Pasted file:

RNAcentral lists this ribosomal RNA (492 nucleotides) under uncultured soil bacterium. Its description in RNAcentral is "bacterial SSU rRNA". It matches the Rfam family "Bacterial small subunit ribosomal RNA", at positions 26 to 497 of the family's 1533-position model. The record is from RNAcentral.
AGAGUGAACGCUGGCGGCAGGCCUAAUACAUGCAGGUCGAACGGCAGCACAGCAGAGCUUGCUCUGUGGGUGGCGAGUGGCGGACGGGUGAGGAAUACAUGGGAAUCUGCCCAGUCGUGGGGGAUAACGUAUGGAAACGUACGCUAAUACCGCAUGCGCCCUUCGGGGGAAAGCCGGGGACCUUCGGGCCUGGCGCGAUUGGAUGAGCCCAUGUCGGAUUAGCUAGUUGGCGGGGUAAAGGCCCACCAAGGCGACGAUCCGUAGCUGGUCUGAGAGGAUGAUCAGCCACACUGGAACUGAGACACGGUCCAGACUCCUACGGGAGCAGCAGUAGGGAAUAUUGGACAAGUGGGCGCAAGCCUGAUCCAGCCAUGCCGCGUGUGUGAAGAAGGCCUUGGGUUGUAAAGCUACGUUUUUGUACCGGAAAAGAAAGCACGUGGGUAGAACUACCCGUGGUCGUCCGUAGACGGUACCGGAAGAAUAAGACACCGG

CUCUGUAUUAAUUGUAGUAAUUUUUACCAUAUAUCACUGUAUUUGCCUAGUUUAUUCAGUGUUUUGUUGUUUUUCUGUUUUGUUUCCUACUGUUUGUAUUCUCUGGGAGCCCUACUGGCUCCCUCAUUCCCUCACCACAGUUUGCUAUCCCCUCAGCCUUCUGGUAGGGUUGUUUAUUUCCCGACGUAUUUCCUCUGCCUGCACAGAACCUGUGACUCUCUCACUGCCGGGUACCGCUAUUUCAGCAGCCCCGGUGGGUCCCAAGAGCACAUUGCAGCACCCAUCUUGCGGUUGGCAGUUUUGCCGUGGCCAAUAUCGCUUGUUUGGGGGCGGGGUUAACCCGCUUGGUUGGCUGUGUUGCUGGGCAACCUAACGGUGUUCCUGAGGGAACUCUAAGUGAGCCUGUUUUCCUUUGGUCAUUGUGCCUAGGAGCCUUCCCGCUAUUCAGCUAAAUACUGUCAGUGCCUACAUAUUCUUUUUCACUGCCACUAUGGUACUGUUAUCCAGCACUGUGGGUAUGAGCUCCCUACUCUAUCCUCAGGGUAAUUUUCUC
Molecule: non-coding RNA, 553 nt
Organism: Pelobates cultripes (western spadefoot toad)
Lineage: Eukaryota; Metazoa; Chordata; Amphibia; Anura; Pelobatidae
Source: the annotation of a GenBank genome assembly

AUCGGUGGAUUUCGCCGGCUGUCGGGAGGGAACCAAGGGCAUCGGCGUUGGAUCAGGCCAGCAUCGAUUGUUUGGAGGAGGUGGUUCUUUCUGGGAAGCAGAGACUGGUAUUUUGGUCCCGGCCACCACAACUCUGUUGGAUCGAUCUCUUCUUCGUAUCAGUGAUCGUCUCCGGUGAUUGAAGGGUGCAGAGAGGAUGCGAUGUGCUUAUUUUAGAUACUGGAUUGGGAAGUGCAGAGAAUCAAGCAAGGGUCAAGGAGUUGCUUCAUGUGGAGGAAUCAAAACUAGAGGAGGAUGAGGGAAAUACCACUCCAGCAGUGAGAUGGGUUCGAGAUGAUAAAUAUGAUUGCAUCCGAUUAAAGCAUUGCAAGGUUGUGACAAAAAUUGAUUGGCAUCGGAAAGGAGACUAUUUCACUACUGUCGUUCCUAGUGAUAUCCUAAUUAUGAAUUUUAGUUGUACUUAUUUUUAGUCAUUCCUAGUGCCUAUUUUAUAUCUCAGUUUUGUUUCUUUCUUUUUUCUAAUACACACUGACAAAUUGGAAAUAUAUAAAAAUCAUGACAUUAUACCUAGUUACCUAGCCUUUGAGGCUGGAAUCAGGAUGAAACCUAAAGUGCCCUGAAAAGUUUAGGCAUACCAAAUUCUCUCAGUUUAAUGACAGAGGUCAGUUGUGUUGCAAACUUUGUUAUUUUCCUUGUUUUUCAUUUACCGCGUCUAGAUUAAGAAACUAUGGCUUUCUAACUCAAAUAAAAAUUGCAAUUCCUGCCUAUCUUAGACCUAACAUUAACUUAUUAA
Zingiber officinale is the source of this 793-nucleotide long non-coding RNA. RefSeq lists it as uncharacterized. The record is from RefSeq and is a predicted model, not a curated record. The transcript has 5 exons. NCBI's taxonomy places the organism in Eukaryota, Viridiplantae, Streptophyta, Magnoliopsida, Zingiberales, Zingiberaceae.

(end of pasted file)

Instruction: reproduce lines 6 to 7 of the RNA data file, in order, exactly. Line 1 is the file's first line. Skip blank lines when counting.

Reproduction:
Lineage: Eukaryota; Metazoa; Chordata; Amphibia; Anura; Pelobatidae
Source: the annotation of a GenBank genome assembly